Attorney Case Law Update: Harris v. City of Santa Monica – California Supreme Court. Branigan Robertson is a work lawyer who focuses his practice on pregnancy discrimination, discrimination, and wrongful termination.
Case Facts – Employment Attorney
A bus driver alleged that she was fired by the City of Santa Monica because of her pregnancy in violation of the prohibition on sex discrimination in the Fair Employment and Housing Act (FEHA). When Harris told her boss that she was pregnant, he seemed to react negatively and soon thereafter she was fired. The City claimed that she had been fired for poor job performance. Harris was in a few minor car accidents while on the job and had been late to work a few times.
Attorney Case Analysis
The City argued that the trial court should have instructed the jury with the following: “If you find that the employer‘s action . . . was actually motivated by both discriminatory and non-discriminatory reasons, the employer is not liable if it can establish by a preponderance of the evidence that its legitimate reason, standing alone, would have induced it to make the same decision.” Thus, the City did not object to the burden-shifting aspect of Price Waterhouse. Its primary contention is that the Court should follow Price Waterhouse not only with respect to burden shifting, but also with respect to the legal effect of an employer‘s same-decision showing.
The CA Supreme Court held that under the FEHA, when a jury finds that unlawful discrimination was a substantial factor motivating a termination of employment, and when the employer proves it would have made the same decision absent such discrimination, a court may not award damages, backpay, or an order of reinstatement. But the employer does not escape liability. In light of the FEHA‘s express purpose of not only redressing but also preventing and deterring unlawful discrimination in the workplace, the plaintiff in this circumstance could still be awarded, where appropriate, declaratory relief or injunctive relief to stop discriminatory practices. In addition, the plaintiff may be eligible for reasonable attorney‘s fees and costs.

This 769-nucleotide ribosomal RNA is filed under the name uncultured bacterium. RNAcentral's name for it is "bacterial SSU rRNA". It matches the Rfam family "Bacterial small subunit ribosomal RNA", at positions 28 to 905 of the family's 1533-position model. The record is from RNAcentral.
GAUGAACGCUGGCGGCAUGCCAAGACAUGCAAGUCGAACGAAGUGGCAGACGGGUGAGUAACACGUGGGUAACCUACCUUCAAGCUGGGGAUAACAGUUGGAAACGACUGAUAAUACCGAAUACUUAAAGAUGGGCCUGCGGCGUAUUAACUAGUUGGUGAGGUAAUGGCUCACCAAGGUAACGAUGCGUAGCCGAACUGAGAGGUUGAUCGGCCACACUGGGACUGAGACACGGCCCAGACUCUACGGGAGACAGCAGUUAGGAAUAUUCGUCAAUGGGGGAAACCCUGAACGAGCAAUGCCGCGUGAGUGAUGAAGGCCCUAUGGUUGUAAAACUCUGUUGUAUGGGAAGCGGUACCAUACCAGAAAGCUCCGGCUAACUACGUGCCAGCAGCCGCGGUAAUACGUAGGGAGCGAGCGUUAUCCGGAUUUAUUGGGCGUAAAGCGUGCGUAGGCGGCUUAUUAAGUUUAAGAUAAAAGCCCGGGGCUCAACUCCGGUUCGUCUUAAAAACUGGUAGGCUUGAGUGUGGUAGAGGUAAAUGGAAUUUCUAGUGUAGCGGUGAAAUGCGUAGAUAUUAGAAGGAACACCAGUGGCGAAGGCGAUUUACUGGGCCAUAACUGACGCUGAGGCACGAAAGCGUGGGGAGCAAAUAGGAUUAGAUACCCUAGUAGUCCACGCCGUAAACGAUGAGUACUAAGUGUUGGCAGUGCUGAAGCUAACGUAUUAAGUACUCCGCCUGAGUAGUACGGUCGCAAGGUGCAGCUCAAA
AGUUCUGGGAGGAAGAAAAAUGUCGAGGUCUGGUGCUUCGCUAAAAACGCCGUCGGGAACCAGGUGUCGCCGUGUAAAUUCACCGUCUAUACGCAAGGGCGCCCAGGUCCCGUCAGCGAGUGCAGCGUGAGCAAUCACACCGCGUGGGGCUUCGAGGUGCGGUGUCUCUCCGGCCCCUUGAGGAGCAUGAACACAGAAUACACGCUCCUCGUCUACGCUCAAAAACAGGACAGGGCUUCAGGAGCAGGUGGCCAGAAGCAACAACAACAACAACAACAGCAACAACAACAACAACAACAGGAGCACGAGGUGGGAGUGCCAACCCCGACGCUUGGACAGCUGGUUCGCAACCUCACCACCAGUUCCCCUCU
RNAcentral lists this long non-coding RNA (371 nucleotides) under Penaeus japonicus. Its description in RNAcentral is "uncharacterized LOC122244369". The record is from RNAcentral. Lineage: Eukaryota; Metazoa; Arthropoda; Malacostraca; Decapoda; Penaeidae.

There are additional holdings of the case that are important. For example, the Court held that the plaintiff does not need to introduce direct evidence of discrimination in a ‘mixed motive’ case such as this. The plaintiff can get by with circumstantial evidence. The defendant must also plead the ‘mixed motive’ defense in its initial answer. It cannot claim mixed motive at trial if it hasn’t fought for it from the beginning. Finally, the defendant must prove it actually would have taken the same action at the same time even if it had not considered the prohibited trait. This is a big deal because the defendant is going to be hard pressed to show this in most discrimination cases.
This case causes problems for many plaintiffs, but it did not turn out as bad as plaintiff lawyers across California had feared. Basically the defendant will try even harder to come up with multiple non-discriminatory reasons why they fired plaintiff. The plaintiff attorneys will have to argue tooth and nail that such reasons would not have led to the firing at the time they made the decision without the discriminatory motive as well. When all the dust settles, I believe this case will work out well for victims of discrimination.